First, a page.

"…you are understandably pre-occupied with your own position. Recovering from a sense of failure, a lost love and a damaged self image… Some people get stuck with hurt feelings and destructive attitudes, for quite a time, and these divorce ghosts have a way of reappearing, interfering with sensible communication between parents about their children''. (Burrett 1993 :27)

Utilising this insight into human relationships, it can therefore be proposed that the establishment of a shared parenting paradigm is dependent upon the ability of the parents to control their normative negative emotions, especially those of anger and aggression. Burrett (1993) suggests that this necessitates the redefining of rules of engagement and interaction when discussing the care of the child with their former partner. To facilitate this new parent vis-a-vis old partner climate of interaction Morkham (1997) advocates the utilization of the family mediation service which via the mediation process can establish new models of personal parental interaction and emotional control. Although requiring further research it is therefore hypothesized that the shared parenting paradigm is correlated with the parental management of normative emotional reactions and the establishment of new rules of engagement. It is further proposed that without mediative support parents will be unable to develop strategies to manage the normal divorce acrimony climate and subsequently that shared parenting will be problematic to establish or subsequently fail.

3.5 The Effects of Labelling and The Child Support Act 1991

The Child Support Act 1991 relates to the financial provision for children post divorce or separation and stereotypically characterises the parents by the emotive terms of residential or absent carer. The act additionally predisposes that the residential parent will be the mother and that the absent parent will be the father. Following these gender identity roles and societal expectations the responsibilities of each parent are thus assumed to relate to primary carer and disengaged financial provider. The Child Support Act 1991 is therefore juxtaposed in both terminology and philosophy with the Children Act 1989 which in its terms of reference establishes the ideology of parental responsibility and continued ''holistic'' involvement. In contrast the Child Support Act 1991 infers by it's labelling terminology and ethos that the financial support of the child is valued higher than a shared care arrangements or parental contact. The application of the financial formula can additionally deter the residential parent from allowing more than 104 nights residential contact with the absent parent as this can induce financial penalties. Similarly the committed ''contact'' parent could be providing significant shared care, but unless this transcends the 104 night watershed then this parent will have hidden but extra child care costs. The Child Support Act 1991 has additionally increased parental acrimony by applying a complex fiscal system with little regard to the myriad of child care practices and financial arrangements which may have been previously agreed, (Pellman 1994). Although requiring further research it can subsequently be hypothesised that the implementation of the Child Support Act 1991 has militated against the paradigm of shared care, upholding the present status quo of single parent families headed by the mother with coherent father disengagement.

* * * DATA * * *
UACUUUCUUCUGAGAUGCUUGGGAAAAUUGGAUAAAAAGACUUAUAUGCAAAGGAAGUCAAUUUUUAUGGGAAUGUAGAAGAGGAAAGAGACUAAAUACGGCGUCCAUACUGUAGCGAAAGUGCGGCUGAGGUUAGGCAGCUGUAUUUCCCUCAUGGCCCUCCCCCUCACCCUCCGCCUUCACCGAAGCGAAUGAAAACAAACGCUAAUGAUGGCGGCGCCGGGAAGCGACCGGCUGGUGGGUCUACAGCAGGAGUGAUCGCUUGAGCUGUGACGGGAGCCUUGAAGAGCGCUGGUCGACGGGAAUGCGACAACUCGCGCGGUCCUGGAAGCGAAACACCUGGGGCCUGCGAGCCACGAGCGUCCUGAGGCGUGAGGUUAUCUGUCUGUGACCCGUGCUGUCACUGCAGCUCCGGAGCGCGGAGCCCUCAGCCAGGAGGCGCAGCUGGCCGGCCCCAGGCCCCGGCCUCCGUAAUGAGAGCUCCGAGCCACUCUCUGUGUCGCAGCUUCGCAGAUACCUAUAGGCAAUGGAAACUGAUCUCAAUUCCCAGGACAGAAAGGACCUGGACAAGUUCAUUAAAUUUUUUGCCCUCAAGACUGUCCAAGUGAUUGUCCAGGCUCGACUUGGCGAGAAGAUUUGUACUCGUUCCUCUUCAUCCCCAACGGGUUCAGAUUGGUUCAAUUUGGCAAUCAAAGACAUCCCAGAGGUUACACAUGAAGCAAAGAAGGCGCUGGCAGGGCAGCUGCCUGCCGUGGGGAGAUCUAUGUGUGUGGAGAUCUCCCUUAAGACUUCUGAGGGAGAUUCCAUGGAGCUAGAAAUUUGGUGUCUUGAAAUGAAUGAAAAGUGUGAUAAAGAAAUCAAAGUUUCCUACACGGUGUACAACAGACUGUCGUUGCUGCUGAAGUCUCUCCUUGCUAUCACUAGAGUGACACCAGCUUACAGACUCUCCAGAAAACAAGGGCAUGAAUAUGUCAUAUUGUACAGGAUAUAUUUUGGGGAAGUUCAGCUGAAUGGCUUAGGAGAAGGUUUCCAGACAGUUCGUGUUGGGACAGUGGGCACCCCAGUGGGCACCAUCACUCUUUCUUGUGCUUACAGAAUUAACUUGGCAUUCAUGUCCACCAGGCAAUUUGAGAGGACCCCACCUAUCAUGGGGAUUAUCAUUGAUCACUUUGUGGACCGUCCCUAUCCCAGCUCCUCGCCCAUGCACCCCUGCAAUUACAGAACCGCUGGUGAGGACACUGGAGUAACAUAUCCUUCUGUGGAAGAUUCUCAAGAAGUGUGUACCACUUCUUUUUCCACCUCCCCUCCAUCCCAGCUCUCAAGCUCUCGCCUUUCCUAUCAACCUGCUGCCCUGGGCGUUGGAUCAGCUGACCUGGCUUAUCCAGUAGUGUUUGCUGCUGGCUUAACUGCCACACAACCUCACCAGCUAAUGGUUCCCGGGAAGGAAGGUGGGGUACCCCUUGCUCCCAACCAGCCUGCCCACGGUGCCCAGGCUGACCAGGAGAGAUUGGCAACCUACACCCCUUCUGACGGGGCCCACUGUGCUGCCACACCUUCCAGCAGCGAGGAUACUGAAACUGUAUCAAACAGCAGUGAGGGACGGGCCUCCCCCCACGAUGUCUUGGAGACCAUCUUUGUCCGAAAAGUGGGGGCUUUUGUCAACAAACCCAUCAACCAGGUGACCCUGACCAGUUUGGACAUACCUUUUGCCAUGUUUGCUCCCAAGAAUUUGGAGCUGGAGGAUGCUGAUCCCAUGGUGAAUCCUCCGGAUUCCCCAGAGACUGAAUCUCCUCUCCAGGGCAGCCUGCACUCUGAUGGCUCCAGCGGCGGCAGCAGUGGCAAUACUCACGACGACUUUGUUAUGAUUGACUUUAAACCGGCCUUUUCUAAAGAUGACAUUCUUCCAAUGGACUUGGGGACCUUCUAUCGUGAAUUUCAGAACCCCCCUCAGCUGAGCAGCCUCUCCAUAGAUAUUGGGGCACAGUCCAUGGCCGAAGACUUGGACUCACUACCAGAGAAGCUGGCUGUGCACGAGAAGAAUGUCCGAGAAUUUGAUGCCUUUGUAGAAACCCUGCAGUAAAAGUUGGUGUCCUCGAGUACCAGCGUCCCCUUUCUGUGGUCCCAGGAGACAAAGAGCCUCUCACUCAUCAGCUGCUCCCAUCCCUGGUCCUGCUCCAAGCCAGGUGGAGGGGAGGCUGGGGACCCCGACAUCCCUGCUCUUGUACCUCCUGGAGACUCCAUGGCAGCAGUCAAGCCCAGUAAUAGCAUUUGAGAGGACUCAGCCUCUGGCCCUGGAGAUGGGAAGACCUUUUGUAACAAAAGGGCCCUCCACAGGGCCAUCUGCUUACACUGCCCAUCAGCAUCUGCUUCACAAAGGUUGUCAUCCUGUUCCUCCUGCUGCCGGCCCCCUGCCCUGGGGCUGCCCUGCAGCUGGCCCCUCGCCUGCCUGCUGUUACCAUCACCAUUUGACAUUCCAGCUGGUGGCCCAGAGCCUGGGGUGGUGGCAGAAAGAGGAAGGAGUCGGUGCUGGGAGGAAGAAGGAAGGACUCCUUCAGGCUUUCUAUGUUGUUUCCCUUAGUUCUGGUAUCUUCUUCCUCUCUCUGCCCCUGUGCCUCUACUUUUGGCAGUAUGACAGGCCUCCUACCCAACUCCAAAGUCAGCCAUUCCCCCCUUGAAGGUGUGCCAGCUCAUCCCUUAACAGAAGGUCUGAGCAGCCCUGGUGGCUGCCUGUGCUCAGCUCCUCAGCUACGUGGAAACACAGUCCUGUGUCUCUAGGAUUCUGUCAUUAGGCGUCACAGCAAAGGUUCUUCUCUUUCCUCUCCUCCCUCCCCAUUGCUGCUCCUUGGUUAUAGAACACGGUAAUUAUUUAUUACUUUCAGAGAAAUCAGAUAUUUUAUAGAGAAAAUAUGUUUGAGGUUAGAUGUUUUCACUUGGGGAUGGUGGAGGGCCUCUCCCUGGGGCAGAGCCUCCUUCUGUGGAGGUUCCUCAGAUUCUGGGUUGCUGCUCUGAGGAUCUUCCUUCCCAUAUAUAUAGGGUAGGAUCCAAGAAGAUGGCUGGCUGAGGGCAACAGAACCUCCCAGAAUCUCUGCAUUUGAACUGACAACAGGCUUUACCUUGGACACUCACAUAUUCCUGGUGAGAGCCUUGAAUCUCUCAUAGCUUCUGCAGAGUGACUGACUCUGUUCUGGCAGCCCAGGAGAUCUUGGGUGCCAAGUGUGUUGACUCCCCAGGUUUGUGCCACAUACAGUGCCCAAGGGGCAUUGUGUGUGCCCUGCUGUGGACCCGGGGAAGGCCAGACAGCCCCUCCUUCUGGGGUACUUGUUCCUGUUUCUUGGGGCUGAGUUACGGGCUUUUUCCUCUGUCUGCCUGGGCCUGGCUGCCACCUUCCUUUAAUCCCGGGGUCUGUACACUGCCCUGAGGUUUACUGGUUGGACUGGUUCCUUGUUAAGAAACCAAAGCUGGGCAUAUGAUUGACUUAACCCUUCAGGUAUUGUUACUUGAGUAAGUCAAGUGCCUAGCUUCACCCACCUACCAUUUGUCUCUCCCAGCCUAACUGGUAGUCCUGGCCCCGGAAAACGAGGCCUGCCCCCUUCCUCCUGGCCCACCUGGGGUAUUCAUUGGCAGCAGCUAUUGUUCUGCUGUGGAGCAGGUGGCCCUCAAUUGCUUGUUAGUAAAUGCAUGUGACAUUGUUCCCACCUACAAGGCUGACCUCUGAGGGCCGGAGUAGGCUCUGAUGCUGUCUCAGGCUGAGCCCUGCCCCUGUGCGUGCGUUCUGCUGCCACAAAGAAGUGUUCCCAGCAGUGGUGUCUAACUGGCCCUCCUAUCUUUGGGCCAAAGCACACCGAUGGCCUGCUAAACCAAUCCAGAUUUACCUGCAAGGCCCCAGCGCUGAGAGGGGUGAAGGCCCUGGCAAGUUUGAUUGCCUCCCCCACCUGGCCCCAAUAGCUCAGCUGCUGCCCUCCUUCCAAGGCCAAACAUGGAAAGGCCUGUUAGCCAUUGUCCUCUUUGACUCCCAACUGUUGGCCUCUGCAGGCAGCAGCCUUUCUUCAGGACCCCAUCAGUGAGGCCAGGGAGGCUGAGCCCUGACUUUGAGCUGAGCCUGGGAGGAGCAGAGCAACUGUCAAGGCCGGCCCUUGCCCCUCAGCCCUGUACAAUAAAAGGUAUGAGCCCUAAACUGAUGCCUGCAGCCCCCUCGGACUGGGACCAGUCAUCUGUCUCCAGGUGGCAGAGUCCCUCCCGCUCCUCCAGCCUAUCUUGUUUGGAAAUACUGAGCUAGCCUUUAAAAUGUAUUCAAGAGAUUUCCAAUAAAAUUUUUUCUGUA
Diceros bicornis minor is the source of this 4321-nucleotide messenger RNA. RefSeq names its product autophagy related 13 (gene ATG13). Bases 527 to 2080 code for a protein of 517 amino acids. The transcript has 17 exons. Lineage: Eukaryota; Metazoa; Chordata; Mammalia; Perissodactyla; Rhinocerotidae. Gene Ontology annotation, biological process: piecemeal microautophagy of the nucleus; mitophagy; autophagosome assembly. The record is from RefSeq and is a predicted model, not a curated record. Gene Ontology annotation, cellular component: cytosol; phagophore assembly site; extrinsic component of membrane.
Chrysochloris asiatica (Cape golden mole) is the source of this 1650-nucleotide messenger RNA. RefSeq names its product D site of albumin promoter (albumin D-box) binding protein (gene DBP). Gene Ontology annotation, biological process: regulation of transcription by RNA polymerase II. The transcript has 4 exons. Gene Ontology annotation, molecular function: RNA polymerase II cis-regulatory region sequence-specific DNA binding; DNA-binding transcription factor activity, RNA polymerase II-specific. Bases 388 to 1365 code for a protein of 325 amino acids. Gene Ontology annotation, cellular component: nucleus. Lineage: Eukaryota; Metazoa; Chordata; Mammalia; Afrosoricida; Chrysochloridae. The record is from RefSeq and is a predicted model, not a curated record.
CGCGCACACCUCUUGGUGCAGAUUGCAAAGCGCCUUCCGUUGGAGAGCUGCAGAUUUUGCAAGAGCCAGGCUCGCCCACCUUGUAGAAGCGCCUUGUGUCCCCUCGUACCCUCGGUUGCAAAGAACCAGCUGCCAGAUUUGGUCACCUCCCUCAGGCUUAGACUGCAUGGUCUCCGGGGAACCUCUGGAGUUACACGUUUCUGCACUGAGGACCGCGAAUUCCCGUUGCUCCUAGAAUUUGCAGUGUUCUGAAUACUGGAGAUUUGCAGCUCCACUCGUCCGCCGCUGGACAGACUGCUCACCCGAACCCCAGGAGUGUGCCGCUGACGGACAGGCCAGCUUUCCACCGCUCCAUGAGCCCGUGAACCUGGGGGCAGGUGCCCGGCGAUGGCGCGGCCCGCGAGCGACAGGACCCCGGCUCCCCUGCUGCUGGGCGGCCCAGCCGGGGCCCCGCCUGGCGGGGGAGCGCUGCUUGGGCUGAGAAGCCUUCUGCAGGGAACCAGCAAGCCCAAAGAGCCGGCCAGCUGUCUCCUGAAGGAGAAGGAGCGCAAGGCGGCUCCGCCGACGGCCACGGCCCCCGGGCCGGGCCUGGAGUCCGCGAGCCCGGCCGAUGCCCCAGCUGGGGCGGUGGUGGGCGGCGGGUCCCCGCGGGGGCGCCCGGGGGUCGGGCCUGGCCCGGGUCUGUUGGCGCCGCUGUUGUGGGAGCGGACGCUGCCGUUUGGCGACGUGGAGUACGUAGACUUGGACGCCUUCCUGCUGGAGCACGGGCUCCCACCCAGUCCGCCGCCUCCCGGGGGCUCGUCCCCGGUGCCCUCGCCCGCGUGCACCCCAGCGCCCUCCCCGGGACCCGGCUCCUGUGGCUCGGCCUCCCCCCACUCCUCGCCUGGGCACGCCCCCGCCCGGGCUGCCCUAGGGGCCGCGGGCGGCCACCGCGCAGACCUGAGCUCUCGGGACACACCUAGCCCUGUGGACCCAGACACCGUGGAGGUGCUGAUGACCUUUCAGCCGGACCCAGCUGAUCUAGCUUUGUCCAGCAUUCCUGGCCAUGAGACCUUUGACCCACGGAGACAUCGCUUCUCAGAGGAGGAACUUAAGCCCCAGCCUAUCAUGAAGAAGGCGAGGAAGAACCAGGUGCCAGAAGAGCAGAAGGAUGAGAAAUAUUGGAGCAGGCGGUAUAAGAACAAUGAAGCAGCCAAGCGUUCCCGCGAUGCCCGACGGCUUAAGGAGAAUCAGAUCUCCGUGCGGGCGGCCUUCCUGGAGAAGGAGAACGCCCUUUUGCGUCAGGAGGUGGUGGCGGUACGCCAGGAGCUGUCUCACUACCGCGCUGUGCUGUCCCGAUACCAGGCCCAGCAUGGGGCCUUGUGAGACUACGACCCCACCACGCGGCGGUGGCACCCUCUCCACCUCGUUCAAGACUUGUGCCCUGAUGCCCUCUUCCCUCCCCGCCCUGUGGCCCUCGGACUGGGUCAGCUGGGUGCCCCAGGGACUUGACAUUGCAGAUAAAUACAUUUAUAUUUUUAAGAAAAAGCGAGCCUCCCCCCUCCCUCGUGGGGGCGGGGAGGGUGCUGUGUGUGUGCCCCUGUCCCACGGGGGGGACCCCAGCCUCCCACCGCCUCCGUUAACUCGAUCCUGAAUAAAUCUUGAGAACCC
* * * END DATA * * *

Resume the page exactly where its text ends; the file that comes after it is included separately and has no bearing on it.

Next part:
3.6 Social Economic Status

The research completed by Simpson et al (1995) concerning father engagement identified a positive correlation between the participants social class, income and employment and the ensuing levels of post separation contact with their children, (n=91). The results concluded that fathers who were unemployed were significantly at risk of parental disengagement or limited child contact than those who were employed. The research team tendered possible explanations for this phenomena suggesting that the psychological effects of unemployment may reduce the individual's self-worth, as well as the inability to finance child contact. The research data further distinguished between manual and non-manual workers identifying that manual workers were more likely to have disengagement or limited child contact arrangements in contrast to non-manual fathers. Explanations for these results therefore portray a complex and multi faceted phenomena incorporating the effects of child financial support as a proportion of salary, the inability of low waged fathers to establish a second home, and the varying levels of understanding concerning father engagement. Although requiring further research it can therefore be hypothesized that shared parenting and parental engagement is dependent upon adequate finance, flexible employment conditions, psychological parental health and an understanding of the phenomena.